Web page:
We’ve had celebrity impersonators: think of Elvis. We’ve had celebrity holograms: Tupac was brought back to life by technology, as was Whitney Houston.

Now we have celebrity ghosts.

In the first months of this year, Americans have reported a more than 300 percent increase in the sighting of ghosts of famous people. 


It started in LaFayette, Alabama, where a nineteen-year-old woman named Jeanie Griggs was walking home from school and felt a cold wind at her back. “I turned around and there he was: Joe Louis. I recognized him from old magazine covers my grandfather collected.” The legendary boxer, born in LaFayette in 1914, passed on back in 1981 in Nevada, but there he was, home again. 

“He raised a hand to me, didn’t say anything, and then dissolved into what seemed like dust,” said Griggs.


That incident was reported in local papers, with less-than-respectful headlines (“Crazy Secretary Claims To See Brown Bomber,” “Was She Punch-Drunk? Griggs Woman Steps Into The Ring”). 

As it turns out, Griggs’ encounter with Joe Louis’s ghost was just the first of many similar sightings. 

A week later, a lawyer in Oklahoma City was on her lunch break when she witnessed, in a diner, the ghost of the author Ralph Ellison. A week after that, a landscaper in Port Arthur, Texas, was unloading his trunk when he nearly bumped into the ghost of Babe Didrikson Zaharias. And a week after that, a young man walking in Brooklyn stopped to tie his shoes only to have the ghost of Rita Hayworth sweep rush through him.

All the sightings had the same pattern: all ghosts were American-born; the mortals spotting the ghosts were of the opposite gender; and the sightings occurred in the home towns where the ghosts, back in their living days, had been born. And they happened like clockwork, one a week, on Thursdays.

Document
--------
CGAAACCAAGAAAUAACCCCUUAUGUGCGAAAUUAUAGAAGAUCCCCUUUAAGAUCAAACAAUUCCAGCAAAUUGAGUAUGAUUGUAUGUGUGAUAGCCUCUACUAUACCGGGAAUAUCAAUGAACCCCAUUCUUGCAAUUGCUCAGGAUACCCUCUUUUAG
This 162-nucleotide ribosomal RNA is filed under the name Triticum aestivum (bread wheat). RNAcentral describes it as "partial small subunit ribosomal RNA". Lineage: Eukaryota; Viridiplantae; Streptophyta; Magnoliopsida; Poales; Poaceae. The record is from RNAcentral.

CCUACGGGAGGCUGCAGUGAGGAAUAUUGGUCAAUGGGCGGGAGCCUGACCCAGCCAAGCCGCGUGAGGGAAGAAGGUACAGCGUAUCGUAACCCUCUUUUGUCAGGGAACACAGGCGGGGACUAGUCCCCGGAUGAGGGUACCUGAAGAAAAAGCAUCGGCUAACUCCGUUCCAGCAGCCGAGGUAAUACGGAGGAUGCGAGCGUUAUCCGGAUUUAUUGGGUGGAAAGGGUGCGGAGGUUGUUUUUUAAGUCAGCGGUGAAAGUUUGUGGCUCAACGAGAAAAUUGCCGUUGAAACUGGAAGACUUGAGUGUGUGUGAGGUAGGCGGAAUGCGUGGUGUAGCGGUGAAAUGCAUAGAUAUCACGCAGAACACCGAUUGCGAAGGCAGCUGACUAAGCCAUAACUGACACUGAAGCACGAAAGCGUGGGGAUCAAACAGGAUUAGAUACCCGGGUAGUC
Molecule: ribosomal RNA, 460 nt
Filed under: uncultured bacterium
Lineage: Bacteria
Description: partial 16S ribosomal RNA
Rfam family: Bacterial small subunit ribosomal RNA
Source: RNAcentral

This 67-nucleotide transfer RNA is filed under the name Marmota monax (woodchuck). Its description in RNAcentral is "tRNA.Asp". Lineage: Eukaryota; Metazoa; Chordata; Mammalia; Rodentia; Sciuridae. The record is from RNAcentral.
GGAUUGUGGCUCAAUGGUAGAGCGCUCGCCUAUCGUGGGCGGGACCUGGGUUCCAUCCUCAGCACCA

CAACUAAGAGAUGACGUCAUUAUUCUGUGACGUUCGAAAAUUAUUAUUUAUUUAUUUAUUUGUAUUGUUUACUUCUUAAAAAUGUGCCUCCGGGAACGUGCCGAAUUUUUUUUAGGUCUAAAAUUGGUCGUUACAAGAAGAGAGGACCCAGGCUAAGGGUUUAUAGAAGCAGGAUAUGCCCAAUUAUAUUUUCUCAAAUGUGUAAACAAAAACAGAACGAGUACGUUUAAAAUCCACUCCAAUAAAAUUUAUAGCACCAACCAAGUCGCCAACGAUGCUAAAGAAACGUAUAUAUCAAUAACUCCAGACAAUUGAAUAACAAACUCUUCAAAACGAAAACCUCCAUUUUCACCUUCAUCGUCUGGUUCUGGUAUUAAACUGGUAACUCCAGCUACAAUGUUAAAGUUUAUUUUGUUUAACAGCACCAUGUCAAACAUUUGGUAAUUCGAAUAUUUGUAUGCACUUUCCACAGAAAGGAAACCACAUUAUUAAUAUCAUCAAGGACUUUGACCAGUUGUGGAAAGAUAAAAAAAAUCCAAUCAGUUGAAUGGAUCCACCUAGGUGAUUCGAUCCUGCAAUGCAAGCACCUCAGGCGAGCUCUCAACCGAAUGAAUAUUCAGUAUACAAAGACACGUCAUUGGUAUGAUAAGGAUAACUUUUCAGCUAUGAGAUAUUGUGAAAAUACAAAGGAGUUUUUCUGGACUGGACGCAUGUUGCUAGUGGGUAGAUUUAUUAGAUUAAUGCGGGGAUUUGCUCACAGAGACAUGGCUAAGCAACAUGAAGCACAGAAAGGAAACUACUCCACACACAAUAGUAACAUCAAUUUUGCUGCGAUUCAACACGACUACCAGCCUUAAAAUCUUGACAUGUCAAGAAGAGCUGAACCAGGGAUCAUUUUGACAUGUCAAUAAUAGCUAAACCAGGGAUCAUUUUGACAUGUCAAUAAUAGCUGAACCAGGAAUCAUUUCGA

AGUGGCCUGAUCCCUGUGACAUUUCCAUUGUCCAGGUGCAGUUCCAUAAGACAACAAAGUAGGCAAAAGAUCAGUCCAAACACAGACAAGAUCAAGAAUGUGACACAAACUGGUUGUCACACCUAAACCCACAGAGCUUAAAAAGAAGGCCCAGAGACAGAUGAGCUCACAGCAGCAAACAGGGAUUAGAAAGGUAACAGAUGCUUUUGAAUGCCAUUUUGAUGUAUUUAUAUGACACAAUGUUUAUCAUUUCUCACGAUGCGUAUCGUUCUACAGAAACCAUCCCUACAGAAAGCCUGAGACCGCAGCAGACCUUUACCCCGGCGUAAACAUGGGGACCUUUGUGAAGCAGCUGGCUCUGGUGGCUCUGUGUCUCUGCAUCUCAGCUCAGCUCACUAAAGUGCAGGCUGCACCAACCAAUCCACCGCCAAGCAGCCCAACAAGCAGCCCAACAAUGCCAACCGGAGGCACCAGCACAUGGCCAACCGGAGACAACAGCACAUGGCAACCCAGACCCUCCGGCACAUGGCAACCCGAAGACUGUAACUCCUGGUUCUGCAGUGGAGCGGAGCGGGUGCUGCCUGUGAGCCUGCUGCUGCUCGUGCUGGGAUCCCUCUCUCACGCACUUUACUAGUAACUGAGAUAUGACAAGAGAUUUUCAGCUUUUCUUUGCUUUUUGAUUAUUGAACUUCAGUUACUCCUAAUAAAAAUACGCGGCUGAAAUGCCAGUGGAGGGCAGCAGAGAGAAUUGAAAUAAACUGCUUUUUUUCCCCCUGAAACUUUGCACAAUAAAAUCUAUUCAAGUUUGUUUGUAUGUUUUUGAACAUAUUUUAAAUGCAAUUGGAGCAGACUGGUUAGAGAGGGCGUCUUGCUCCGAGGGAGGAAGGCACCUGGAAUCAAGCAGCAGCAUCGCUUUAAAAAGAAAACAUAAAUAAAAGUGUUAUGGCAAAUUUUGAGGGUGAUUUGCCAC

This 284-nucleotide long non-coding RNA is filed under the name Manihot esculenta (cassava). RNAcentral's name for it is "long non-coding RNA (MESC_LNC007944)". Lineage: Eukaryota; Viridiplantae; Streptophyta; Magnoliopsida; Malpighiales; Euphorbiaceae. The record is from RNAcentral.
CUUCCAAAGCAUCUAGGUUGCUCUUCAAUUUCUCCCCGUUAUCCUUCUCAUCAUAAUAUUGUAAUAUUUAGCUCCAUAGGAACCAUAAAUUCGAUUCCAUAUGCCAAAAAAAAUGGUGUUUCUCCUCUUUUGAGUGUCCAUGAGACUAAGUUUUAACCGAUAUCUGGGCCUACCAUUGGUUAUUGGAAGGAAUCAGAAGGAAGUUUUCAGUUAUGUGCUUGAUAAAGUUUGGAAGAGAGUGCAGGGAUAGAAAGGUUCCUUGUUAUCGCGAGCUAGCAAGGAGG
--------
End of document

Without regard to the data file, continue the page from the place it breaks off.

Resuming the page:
“We don’t know any more than that,” said Dr. Pablo Gomez, a noted parapsychologist. “We don’t know why it’s happening, exactly. Some unfathomable energy earthquake rips open up in the past and ghosts filter through. I don’t mean to be too technical.”



This past week, the sightings increased in frequency. There was one on Thursday, when the ghost of Liberace was spotted on a rooftop in West Allis, Wisconsin. But then came Friday, and two more sightings: the ghost of Phyllis Schlafly turned up in St. Louis in a furniture showroom (the spotter was a young policeman) and the ghost of former president Chester Alan Arthur was seen by an up-and-coming lingerie model a bowling alley in Fairfield, Vermont. 

“Arthur’s ghost was especially exciting, because he was bowling,” said Gomez. “He picked up a spare.”

Gomez acknowledges that celebrity ghosts are a poorly understood phenomenon. “Ghost so appear in clusters,” he said. “Often, they’re grouped by the time they died, or by region. This time, the unifying principle seems to be fame.”

And even that, Gomez pointed out, is subject to dispute. “Joe Louis was super famous, of course,” he said, “but not to a nineteen-year-old. I’m 31, and I only kind of knew about him. So what does it mean to be a famous ghost? Do we mean Slimer? Casper? Everyone knows them. So why aren’t we spotting them?”



In light of the recent spate of famous ghosts, a Las Vegas betting house has started to issue odds on which ghost will be seen next. Current favorites include Steve McQueen (coming off at 3-to-1 odds), Teddy Roosevelt (4-to-1), and Dinah Washington (5-to-1). 

One celebrity has even been taken off the board, according to oddsmaker Ayberk “Four Thumbs” Kızılçay. “Elvis,” said Kızılçay. “People see him all the time. We’d lose our shirt.”

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